"Even if we don't — and will never — know their names, this study allowed us to make connections between individuals who died more than 200 years ago and their living descendants," coauthor Henry Louis Gates Jr., director of Harvard University's Hutchins Center for African and African American Research, said in a statement.
"Recovering African American individuals' direct genetic connections to ancestors heretofore buried in the slave past is a giant leap forward both scientifically and genealogically," Gates added, "opening new possibilities for those passionate about the search for their own family roots."
Data from the current study is being made publicly available for analyses by other investigators. More broadly, the researchers explained, genetic testing, analysis, and interpretation strategies similar to those used in the Science study are expected to inform a range of future research efforts.
"The methodological approach we present in this study can be applied to the remains of deceased humans from other sites and contexts, offering a new scientific tool for individuals and descendant communities seeking greater knowledge of their ancestors, as well as archaeologists, bioarchaeologists, historians, and genealogists," the authors suggested.
In a perspectives paper appearing in the American Journal of Human Genetics on Thursday, members of the same team delved into the potential opportunities and ethical concerns raised by tapping into modern-day genetic databases to analyze and better understand genetic profiles in ancient individuals.
"We believe that joint analysis of historical genomes and data in genetic databases controlled by for-profit genetic ancestry companies represents an exciting new direction for aDNA research," the authors explained. "As aDNA research continues to leverage the power of ever-growing datasets, all parties involved in this work must make a concerted effort to predict ethical issues that may arise and proactively design an ethically sound strategy to ensure that sensitive genetic data remains protected."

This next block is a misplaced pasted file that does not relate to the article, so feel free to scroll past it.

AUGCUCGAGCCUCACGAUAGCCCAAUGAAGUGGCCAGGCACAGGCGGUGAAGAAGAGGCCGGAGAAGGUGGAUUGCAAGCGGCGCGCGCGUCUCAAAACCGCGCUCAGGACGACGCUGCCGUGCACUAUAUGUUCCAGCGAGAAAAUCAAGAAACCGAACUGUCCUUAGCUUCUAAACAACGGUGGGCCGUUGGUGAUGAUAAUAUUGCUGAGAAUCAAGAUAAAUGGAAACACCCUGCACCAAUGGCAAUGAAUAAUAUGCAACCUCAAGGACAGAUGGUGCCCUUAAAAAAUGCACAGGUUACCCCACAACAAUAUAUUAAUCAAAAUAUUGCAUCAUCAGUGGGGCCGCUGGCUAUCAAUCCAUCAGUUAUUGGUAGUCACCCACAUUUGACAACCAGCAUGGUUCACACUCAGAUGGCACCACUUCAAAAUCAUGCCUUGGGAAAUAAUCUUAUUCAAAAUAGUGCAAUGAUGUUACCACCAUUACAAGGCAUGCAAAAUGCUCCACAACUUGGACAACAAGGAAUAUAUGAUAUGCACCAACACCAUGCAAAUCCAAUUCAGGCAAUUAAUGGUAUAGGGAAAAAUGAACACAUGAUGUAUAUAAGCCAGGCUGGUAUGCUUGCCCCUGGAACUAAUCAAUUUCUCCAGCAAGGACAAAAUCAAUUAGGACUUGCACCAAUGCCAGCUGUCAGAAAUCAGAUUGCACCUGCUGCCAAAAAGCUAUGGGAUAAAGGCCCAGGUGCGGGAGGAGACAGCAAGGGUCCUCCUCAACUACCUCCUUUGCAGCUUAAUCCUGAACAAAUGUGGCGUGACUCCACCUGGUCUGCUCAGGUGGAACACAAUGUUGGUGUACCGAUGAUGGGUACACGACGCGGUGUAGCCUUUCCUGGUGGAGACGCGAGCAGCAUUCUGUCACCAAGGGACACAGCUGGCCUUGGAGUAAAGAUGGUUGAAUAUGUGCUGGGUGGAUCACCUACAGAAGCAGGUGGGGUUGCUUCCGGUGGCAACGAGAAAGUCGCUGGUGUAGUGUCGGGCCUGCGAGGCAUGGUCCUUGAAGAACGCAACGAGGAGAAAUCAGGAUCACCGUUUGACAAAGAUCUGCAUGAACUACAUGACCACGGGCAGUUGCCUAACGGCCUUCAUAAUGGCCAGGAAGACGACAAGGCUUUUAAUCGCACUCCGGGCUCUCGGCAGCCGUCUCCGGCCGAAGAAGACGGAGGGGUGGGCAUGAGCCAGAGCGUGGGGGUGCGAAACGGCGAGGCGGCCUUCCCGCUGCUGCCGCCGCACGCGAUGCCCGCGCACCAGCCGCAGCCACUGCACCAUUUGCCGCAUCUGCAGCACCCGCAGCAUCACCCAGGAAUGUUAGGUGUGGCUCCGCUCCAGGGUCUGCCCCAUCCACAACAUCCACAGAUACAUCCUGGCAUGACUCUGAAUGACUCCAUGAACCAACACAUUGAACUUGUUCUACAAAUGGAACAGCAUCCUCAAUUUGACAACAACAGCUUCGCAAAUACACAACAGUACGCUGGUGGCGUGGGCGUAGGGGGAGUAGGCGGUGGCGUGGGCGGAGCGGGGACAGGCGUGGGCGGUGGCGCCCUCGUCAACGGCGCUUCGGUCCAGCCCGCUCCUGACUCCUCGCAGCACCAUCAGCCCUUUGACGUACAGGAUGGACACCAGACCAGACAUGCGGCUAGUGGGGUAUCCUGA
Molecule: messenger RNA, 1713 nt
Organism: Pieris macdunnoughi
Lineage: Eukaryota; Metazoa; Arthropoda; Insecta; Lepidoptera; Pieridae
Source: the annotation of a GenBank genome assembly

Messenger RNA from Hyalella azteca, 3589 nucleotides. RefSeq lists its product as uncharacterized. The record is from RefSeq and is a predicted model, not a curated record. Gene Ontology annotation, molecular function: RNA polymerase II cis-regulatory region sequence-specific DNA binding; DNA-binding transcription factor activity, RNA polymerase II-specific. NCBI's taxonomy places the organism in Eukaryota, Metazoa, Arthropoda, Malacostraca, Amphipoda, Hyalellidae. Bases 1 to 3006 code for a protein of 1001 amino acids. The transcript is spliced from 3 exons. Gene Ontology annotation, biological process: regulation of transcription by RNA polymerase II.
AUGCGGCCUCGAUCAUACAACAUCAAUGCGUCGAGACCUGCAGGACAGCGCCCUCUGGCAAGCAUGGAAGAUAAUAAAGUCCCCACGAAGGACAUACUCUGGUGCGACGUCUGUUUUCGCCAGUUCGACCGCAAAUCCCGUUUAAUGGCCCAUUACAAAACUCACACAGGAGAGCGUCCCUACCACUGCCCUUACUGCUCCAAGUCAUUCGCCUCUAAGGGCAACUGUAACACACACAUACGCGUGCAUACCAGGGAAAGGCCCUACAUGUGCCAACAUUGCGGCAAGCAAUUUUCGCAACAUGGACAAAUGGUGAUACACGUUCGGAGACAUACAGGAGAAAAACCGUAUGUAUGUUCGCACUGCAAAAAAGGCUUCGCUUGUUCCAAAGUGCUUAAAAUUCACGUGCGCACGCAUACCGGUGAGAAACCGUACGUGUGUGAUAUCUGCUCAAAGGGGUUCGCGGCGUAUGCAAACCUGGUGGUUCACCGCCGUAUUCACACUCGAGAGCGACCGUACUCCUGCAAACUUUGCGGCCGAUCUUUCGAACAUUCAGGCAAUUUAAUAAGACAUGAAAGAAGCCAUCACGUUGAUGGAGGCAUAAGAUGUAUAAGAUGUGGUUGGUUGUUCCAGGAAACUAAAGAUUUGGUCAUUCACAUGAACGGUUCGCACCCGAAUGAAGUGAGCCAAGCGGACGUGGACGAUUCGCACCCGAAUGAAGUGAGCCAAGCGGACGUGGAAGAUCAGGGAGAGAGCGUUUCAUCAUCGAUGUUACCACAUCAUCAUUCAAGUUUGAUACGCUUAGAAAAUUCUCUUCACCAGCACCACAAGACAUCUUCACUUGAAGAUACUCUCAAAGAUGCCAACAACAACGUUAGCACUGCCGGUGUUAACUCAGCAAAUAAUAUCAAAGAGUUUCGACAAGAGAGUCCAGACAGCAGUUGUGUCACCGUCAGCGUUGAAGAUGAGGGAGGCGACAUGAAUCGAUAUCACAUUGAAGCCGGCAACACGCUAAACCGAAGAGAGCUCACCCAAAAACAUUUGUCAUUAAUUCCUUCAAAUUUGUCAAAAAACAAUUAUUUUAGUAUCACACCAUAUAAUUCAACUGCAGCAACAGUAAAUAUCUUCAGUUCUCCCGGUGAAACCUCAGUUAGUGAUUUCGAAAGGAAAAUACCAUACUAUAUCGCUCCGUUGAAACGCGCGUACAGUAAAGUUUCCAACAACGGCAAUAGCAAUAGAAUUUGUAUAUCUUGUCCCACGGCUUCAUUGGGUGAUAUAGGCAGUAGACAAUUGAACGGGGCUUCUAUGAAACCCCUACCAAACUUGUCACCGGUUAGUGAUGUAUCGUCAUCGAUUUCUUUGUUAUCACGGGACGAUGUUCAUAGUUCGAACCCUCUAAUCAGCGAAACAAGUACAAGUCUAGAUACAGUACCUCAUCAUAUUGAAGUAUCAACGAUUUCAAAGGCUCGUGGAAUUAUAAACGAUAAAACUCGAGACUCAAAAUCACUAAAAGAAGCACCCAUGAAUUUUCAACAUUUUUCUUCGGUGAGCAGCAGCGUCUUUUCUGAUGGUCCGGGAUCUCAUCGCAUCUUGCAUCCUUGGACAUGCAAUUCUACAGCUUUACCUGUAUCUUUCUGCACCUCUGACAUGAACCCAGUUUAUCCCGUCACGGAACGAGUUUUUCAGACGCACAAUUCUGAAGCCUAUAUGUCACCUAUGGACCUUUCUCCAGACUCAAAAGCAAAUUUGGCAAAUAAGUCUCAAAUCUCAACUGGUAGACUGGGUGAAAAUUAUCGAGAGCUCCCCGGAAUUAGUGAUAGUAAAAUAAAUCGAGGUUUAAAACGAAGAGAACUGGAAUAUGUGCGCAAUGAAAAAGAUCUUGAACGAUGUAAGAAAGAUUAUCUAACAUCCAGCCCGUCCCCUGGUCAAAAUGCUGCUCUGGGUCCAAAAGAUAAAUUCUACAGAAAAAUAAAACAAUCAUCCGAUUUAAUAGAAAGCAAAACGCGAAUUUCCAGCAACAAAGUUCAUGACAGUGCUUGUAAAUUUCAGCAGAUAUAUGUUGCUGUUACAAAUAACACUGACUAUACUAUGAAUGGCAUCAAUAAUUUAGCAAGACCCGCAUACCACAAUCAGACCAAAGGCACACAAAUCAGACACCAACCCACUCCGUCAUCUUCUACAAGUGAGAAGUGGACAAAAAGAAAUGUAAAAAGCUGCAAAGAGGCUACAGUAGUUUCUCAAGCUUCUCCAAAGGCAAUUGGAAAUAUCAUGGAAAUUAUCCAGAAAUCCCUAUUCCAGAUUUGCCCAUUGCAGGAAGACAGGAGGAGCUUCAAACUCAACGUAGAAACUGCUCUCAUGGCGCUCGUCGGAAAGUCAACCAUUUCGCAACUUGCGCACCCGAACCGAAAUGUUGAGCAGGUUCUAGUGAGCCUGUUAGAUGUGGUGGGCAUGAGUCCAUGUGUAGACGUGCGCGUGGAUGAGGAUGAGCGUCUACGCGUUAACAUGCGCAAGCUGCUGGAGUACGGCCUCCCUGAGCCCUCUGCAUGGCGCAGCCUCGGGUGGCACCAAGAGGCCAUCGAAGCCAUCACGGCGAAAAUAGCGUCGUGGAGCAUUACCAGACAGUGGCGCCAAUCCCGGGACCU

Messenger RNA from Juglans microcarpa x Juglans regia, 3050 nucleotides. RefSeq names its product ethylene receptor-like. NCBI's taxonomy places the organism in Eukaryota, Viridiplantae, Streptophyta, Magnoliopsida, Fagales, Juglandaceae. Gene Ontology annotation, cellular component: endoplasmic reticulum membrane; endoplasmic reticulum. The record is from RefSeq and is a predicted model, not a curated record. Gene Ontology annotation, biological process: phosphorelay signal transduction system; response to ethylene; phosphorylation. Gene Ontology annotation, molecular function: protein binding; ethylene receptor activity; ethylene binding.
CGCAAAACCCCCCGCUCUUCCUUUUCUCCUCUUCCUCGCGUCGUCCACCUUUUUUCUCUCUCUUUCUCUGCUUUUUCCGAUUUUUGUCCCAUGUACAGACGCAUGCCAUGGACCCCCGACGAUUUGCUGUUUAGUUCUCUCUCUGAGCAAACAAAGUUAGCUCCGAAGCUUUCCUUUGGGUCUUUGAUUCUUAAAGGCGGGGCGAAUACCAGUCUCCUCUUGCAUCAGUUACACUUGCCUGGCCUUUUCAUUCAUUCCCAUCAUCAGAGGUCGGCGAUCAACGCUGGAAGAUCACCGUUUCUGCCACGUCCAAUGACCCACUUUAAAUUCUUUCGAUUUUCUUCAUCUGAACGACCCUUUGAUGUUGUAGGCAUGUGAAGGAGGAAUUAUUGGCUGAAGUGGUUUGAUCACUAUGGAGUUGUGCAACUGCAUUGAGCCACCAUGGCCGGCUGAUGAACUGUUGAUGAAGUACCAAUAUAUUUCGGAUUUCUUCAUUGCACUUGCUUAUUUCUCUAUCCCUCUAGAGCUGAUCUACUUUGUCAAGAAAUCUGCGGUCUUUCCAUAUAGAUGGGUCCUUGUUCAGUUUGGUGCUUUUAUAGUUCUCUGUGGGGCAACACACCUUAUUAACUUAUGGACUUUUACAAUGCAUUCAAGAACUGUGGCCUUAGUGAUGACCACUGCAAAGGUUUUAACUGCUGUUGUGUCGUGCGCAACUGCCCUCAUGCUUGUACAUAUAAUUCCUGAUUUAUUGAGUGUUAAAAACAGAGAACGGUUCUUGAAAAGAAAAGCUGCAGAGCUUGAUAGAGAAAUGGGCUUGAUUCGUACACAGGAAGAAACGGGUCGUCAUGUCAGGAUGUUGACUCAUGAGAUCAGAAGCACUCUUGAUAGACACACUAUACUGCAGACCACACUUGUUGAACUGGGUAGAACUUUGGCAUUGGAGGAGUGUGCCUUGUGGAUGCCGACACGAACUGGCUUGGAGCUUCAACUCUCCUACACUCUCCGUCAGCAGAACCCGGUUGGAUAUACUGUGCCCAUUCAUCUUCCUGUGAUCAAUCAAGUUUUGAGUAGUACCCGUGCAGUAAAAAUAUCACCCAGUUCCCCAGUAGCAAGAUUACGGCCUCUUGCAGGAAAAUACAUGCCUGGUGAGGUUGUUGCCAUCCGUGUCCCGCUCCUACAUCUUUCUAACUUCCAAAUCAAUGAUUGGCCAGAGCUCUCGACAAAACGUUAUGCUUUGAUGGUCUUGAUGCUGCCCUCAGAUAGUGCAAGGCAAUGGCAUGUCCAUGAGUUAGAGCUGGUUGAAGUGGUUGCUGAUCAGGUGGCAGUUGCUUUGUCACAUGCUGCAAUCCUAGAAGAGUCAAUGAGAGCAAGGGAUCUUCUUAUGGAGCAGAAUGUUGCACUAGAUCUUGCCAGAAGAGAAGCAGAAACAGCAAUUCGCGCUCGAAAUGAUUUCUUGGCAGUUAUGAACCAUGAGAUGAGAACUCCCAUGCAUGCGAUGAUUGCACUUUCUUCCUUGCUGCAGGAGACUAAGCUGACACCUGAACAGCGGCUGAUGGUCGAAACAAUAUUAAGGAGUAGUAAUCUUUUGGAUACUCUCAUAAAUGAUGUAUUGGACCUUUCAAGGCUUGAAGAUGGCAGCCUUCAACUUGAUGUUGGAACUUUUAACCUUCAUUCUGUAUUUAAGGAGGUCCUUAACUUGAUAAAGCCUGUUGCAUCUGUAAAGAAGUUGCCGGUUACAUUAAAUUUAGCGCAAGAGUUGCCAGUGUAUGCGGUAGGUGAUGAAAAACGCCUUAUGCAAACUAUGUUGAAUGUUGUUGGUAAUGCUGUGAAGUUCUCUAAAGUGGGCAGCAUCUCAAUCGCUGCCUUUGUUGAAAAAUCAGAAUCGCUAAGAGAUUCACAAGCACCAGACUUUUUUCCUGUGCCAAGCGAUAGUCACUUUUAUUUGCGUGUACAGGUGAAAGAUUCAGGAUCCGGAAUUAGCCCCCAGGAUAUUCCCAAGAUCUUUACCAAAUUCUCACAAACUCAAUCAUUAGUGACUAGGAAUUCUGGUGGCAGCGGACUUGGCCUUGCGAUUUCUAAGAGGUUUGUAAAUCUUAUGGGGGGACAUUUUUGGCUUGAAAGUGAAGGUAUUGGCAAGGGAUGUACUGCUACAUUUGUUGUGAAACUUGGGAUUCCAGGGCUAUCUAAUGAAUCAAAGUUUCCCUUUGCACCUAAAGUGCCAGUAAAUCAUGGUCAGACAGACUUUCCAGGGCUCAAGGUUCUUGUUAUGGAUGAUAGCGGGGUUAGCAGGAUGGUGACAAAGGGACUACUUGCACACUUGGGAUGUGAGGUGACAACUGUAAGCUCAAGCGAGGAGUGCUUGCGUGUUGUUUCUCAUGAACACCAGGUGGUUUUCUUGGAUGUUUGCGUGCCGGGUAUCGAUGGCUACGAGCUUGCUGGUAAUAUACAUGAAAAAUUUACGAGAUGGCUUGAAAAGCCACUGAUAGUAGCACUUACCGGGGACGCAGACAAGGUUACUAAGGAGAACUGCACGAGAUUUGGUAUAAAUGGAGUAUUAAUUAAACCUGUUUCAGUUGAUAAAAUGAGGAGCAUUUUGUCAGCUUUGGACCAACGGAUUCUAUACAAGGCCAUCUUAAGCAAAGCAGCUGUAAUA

In that article, the team set ethical guidelines for similar studies in the future, emphasizing the importance of consulting with affected communities and developing adequate consent processes for returning results to descendants or more distant relatives of ancient individuals.
"Future work will certainly add to and amend the guidance we provide, which is part of moving forward the ethics of the rapidly growing field of aDNA research," the authors wrote.
In the case of the Catoctin Furnace site, Gates explained, the current genetic analyses reflected calls from local African American community members who were engaged in the work and sought information on individuals in the African American cemetery.
"This study is an example of deploying scientific tools to address questions of long-standing interest to African Americans, at the community's request," he suggested. "It is a tool for empowerment of African Americans, rather than exploitation of a vulnerable population. I think it is a model of engagement to be emulated."
In a perspectives article in Science, Howard University and QuadGrid Data Lab biologist and anthropologist Fatimah Jackson called the Catoctin Furnace genetic study "pioneering" for its focus on local and broader community engagement rather than the use of researcher-initiated, "top-down" research.
"Investigating the issues of greatest importance to the African American community will be essential as research continues to examine the biological histories of this population," Jackson wrote. "Steps toward increasing African American participation in clinical trials, pharmacogenomic trials, and future ancestral genetic studies include training more African American researchers in the scientific methods used and ensuring that African American individuals are contributing to all aspects of such projects."